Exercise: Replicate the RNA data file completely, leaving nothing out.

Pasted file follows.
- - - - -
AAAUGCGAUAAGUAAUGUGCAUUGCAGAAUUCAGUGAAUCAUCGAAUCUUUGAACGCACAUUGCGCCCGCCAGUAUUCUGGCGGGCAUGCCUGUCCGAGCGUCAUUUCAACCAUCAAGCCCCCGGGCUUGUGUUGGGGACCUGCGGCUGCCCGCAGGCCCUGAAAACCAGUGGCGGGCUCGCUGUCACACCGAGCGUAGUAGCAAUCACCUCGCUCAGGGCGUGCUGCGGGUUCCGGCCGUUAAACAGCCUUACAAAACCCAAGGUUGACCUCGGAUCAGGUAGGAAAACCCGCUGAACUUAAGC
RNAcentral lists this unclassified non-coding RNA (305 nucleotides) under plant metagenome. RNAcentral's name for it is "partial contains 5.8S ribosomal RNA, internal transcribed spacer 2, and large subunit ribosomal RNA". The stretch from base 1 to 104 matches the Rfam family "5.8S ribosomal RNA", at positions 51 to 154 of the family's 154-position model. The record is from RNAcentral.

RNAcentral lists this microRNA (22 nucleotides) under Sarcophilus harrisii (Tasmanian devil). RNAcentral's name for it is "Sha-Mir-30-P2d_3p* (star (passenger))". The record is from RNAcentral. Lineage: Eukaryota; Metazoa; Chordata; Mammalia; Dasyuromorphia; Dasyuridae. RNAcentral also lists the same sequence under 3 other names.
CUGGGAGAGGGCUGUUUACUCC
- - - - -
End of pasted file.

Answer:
AAAUGCGAUAAGUAAUGUGCAUUGCAGAAUUCAGUGAAUCAUCGAAUCUUUGAACGCACAUUGCGCCCGCCAGUAUUCUGGCGGGCAUGCCUGUCCGAGCGUCAUUUCAACCAUCAAGCCCCCGGGCUUGUGUUGGGGACCUGCGGCUGCCCGCAGGCCCUGAAAACCAGUGGCGGGCUCGCUGUCACACCGAGCGUAGUAGCAAUCACCUCGCUCAGGGCGUGCUGCGGGUUCCGGCCGUUAAACAGCCUUACAAAACCCAAGGUUGACCUCGGAUCAGGUAGGAAAACCCGCUGAACUUAAGC
RNAcentral lists this unclassified non-coding RNA (305 nucleotides) under plant metagenome. RNAcentral's name for it is "partial contains 5.8S ribosomal RNA, internal transcribed spacer 2, and large subunit ribosomal RNA". The stretch from base 1 to 104 matches the Rfam family "5.8S ribosomal RNA", at positions 51 to 154 of the family's 154-position model. The record is from RNAcentral.

RNAcentral lists this microRNA (22 nucleotides) under Sarcophilus harrisii (Tasmanian devil). RNAcentral's name for it is "Sha-Mir-30-P2d_3p* (star (passenger))". The record is from RNAcentral. Lineage: Eukaryota; Metazoa; Chordata; Mammalia; Dasyuromorphia; Dasyuridae. RNAcentral also lists the same sequence under 3 other names.
CUGGGAGAGGGCUGUUUACUCC